“I absolutely remember him putting his penis inside of me” after she had vomited from the alcohol, the victim said. She added that she then took a cab home, showered and went to sleep.

“My first reaction [when I woke up] was, ‘I was just raped,'” she said, clearly upset. “No prestige from his papers or brain surgeries erases it.”

The victim’s uncle – McIntosh’s college roommate – also spoke yesterday and testified that, after the assault, he talked to mutual friends who said McIntosh “was very aggressive with women.”

“This was not a mistake,” the victim said of the rape. “This was a plotted, calculated, manipulated act.”

The defense called a number of witnesses to testify on McIntosh’s behalf.

McIntosh “has learned so profoundly,” said his wife’s best friend, Diane Anderson. “I believe that this continuing [legal] process has prevented him from doing the kinds of atonement” that he needs and wants to do.

Despite the defense’s attempt to discuss McIntosh’s character and rehabilitation efforts, the victim said she only wanted to address the facts of the case.

“I am here to talk with Her Honor about what happened that night and get out of here,” she said in an exchange with Trigiani about whether people can change.

The victim described McIntosh as “incredibly sick” and said she would not have endured the long legal ordeal had the rape not happened.

McIntosh was originally sentenced to house arrest and fines and restitution to the victim in March 2005. Following large public outcry, the prosecution appealed the decision on the grounds that it was too lenient. Appeals courts concurred and sent the case back to the lower court.

State sentencing guidelines call for three-to-six years in prison for McIntosh’s offense.

The defense alleges that the original sentence, handed down by Common Pleas Judge Rayford Means – who recused himself from the case last September – was the result of a backroom deal between Means and attorneys on both sides.

That deal, the defense claims, stated that McIntosh would not go to prison in exchange for his no-contest plea.

Means has never publicly stated the reasoning behind his original sentence.

The victim reached confidential settlements in civil suits against both McIntosh and Penn in January 2007.

Article 2:

IT’S BEEN a long, tortured wait.

But today’s the day Tracy McIntosh may finally get what he deserves.

The former Penn professor and renowned brain researcher, who pleaded no contest three years ago to sexually assaulting a young woman, will be resentenced today to correct the travesty of a sentence he received the first time around.

Presumably, he’ll go to prison.

But even creeps like McIntosh are entitled to be treated fairly by the criminal-justice system.

And that hasn’t been the fact here.

This case has been a shameful episode that damaged the court’s credibility and did a disservice not only to McIntosh, but to his victim and to everyone else who believes in the honor of the legal system.

I abhor what McIntosh did and am appalled when the status of sexual predators invites special treatment.

I still think the original sentence of house arrest and probation was an atrocity.

But if McIntosh pleaded no contest in a backroom deal that guaranteed he’d avoid prison – as his attorneys claim – then the deal should have been honored.

The fact that the truth of that alleged agreement may never be known is an injustice all by itself.

And frankly, the mishandling of this case tempers the satisfaction of seeing it finally resolved today.

McIntosh met with the victim, an incoming Penn vet-school student, at the suggestion of her uncle, McIntosh’s college roommate. After a night of drinking, he allegedly forced her to have sex in his campus office.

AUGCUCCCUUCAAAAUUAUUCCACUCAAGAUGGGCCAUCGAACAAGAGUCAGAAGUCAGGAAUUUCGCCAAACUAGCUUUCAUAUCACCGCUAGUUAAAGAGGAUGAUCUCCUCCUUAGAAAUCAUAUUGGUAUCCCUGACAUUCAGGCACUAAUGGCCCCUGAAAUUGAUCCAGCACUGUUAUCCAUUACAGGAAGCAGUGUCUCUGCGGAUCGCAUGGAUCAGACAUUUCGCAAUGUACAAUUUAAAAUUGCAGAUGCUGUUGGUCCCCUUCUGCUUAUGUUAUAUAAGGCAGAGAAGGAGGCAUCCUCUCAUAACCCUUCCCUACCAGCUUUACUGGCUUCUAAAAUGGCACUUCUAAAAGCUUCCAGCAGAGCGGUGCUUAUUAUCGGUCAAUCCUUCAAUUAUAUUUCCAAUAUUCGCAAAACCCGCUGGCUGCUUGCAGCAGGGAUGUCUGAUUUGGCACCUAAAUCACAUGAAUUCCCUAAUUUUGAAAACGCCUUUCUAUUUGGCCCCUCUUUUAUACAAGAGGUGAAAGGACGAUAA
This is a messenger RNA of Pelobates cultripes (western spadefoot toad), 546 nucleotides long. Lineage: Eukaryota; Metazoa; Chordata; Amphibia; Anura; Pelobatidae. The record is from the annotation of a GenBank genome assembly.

He pleaded no contest to charges of sexual assault and possession of marijuana in connection with the 2002 incident.

Three years ago, Judge Rayford Means imposed the sentence of house arrest that set off a chorus of outrage.

The D.A. appealed. When the case was remanded for resentencing by the state Supreme Court, things took a wild turn.

McIntosh’s defense attorneys claimed that the sentence arose from a deal struck in Means’ chambers at the request of the assistant D.A. then on the case.

The deal, they said, was a plea for no prison time.

It was never put on the record, defense attorneys claimed, because Gina Smith, the assistant D.A., felt compelled to argue for prison at the sentencing hearing to appease public sentiment. She did that vociferously.

In an exclusive interview, Smith told me no deal was made.

Other officials in the D.A.’s office also said no deal was made.

And that means the only person who could verify that a private agreement was reached was, of course, Judge Means.

But despite tantalizing remarks that suggested a deal had been struck – “I know in my heart of hearts what the parties bargained for,” he said – Means wouldn’t confirm or deny it and recused himself from the case.

Judge Pamela Dembe refused to compel his testimony, saying the record clearly indicated no formal bargain had been reached.

Today, McIntosh will be resentenced by Dembe.

I’m told that off-the-record deals are not uncommon and rarely, if ever, backfire the way this one did.

They may be practical – they help cases get resolved and provide cover to the participants – but they distort the truth and leave everyone vulnerable.

“I don’t think it’s fair to the victim and/or the defendant to rely on things outside the record,” said assistant D.A. Rich DeSipio, who’s now handling the McIntosh case.

The fact is Judge Means could have rejected the proposed deal to begin with, if he thought it inappropriate.

Or he could have demanded that the agreement go on the record.

Since he didn’t, I think it’s his obligation to come clean about this case. Dembe should have compelled him to testify.

And if there was, indeed, a deal, no matter how sickening and outrageous, it should have been honored.

Because even creeps like Tracy McIntosh deserve to be treated fairly by the criminal-justice system.

Indeed.

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#1 Comment By ’10 On February 19, 2008 @ 11:58 am

a) JAs should not date or be at all romantically/sexually involved with their own frosh, for obvious reasons. That said, the rest of your arguments are incredibly stupid.